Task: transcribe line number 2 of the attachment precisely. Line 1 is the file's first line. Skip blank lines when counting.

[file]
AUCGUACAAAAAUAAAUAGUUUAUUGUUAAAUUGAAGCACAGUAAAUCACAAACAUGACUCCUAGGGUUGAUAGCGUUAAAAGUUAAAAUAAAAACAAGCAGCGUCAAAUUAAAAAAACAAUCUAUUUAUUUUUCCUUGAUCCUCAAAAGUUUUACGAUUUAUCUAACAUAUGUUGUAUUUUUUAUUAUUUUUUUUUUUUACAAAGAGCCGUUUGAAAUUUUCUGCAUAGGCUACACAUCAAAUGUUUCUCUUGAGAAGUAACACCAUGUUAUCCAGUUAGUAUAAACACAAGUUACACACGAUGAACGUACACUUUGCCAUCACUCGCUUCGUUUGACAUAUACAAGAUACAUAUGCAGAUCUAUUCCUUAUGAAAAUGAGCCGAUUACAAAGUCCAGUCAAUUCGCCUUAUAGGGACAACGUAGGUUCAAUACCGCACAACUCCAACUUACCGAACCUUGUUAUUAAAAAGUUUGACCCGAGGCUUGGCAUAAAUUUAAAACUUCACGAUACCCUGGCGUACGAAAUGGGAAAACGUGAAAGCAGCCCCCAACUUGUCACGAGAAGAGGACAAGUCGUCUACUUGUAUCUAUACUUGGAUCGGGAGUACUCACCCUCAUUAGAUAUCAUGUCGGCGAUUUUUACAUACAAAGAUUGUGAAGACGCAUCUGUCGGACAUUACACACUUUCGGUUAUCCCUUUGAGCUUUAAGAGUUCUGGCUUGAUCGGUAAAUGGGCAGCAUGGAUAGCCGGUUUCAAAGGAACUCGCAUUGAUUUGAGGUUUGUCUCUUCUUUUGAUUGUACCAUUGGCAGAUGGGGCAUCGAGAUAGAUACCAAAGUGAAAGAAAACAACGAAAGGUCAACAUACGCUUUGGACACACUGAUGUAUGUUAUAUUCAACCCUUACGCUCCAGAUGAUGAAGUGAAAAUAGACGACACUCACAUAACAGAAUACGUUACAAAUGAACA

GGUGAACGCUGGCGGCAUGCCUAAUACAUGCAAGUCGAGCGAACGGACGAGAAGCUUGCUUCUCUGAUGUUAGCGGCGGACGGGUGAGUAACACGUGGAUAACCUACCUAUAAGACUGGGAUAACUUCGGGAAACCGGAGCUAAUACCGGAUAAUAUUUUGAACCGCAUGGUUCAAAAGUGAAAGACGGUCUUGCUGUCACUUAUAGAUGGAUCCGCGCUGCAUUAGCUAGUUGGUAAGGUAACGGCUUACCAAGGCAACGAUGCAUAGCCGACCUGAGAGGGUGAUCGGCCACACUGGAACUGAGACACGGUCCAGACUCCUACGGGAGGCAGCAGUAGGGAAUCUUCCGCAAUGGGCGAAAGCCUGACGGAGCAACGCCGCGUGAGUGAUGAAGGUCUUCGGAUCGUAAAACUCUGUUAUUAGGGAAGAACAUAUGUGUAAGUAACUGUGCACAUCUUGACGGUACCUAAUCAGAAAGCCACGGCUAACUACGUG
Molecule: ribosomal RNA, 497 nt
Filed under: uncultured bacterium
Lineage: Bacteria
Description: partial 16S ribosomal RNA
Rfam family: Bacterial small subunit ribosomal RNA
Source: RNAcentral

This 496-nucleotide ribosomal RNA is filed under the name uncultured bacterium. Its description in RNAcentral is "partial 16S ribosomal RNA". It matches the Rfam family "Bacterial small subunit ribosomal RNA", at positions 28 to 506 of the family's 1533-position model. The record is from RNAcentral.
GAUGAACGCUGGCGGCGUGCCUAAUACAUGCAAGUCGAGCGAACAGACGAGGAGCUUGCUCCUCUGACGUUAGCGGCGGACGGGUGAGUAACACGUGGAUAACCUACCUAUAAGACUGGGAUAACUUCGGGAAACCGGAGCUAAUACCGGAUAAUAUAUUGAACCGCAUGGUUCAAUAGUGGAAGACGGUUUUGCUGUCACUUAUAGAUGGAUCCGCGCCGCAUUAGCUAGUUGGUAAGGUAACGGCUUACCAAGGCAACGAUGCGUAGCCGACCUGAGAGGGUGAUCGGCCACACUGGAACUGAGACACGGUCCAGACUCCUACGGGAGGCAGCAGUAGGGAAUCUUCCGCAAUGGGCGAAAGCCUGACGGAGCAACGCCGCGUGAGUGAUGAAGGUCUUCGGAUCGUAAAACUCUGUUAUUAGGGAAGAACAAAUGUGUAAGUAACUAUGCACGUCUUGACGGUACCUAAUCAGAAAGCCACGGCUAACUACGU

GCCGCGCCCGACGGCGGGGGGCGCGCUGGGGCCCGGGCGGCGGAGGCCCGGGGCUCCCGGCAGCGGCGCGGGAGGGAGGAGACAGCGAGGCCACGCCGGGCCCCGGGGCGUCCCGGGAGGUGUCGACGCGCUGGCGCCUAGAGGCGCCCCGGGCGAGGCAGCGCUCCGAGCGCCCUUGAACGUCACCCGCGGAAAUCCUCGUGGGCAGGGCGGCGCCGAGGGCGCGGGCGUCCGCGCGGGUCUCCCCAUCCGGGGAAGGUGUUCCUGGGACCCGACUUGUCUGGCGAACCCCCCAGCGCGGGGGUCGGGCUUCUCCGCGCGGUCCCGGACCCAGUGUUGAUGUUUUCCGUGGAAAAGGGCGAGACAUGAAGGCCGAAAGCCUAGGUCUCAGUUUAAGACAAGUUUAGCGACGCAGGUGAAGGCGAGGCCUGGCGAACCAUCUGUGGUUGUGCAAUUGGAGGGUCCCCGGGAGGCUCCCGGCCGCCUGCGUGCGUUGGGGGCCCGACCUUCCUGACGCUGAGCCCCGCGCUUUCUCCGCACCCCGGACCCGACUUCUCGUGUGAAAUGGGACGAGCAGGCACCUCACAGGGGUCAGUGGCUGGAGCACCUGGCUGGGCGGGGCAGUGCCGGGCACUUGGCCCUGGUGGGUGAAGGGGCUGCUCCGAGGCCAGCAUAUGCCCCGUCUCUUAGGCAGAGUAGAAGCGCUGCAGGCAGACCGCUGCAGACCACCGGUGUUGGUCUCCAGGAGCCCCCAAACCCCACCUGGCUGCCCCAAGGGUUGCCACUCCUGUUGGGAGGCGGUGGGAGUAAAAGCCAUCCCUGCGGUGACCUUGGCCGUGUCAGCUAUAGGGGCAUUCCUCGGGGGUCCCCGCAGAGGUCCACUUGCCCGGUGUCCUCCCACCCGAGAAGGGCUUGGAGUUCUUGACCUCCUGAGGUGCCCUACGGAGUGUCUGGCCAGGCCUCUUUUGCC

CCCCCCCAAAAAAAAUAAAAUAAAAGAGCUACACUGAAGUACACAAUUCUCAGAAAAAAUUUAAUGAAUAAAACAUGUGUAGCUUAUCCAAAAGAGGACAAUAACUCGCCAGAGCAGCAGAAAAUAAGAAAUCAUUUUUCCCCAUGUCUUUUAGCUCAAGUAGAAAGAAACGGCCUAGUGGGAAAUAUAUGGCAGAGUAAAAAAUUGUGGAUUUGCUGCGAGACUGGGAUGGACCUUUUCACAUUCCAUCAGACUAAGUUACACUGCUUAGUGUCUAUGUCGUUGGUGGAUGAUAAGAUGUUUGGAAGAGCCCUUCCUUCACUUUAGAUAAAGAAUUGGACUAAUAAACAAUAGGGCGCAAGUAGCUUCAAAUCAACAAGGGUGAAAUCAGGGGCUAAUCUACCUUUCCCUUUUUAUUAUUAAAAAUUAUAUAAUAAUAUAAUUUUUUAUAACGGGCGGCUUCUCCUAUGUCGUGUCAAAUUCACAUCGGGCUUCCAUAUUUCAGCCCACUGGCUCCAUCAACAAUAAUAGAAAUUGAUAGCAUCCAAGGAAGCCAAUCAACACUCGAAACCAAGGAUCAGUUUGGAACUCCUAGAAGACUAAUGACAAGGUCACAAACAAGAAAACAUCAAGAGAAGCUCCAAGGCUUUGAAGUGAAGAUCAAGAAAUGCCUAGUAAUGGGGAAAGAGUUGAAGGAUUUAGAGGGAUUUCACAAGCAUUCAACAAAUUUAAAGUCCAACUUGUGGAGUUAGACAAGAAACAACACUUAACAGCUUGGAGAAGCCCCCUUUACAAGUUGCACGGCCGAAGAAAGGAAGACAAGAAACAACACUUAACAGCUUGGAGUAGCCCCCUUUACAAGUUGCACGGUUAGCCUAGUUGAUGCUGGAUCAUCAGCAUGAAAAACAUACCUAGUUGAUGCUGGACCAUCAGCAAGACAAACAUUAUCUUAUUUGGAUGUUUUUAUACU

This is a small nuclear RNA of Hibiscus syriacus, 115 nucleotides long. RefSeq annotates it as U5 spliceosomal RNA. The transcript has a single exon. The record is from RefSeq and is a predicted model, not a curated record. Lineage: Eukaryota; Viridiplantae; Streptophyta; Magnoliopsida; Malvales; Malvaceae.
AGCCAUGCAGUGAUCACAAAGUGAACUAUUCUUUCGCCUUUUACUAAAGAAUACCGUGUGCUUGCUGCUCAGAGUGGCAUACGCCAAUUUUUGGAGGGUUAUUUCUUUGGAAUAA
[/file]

GGUGAACGCUGGCGGCAUGCCUAAUACAUGCAAGUCGAGCGAACGGACGAGAAGCUUGCUUCUCUGAUGUUAGCGGCGGACGGGUGAGUAACACGUGGAUAACCUACCUAUAAGACUGGGAUAACUUCGGGAAACCGGAGCUAAUACCGGAUAAUAUUUUGAACCGCAUGGUUCAAAAGUGAAAGACGGUCUUGCUGUCACUUAUAGAUGGAUCCGCGCUGCAUUAGCUAGUUGGUAAGGUAACGGCUUACCAAGGCAACGAUGCAUAGCCGACCUGAGAGGGUGAUCGGCCACACUGGAACUGAGACACGGUCCAGACUCCUACGGGAGGCAGCAGUAGGGAAUCUUCCGCAAUGGGCGAAAGCCUGACGGAGCAACGCCGCGUGAGUGAUGAAGGUCUUCGGAUCGUAAAACUCUGUUAUUAGGGAAGAACAUAUGUGUAAGUAACUGUGCACAUCUUGACGGUACCUAAUCAGAAAGCCACGGCUAACUACGUG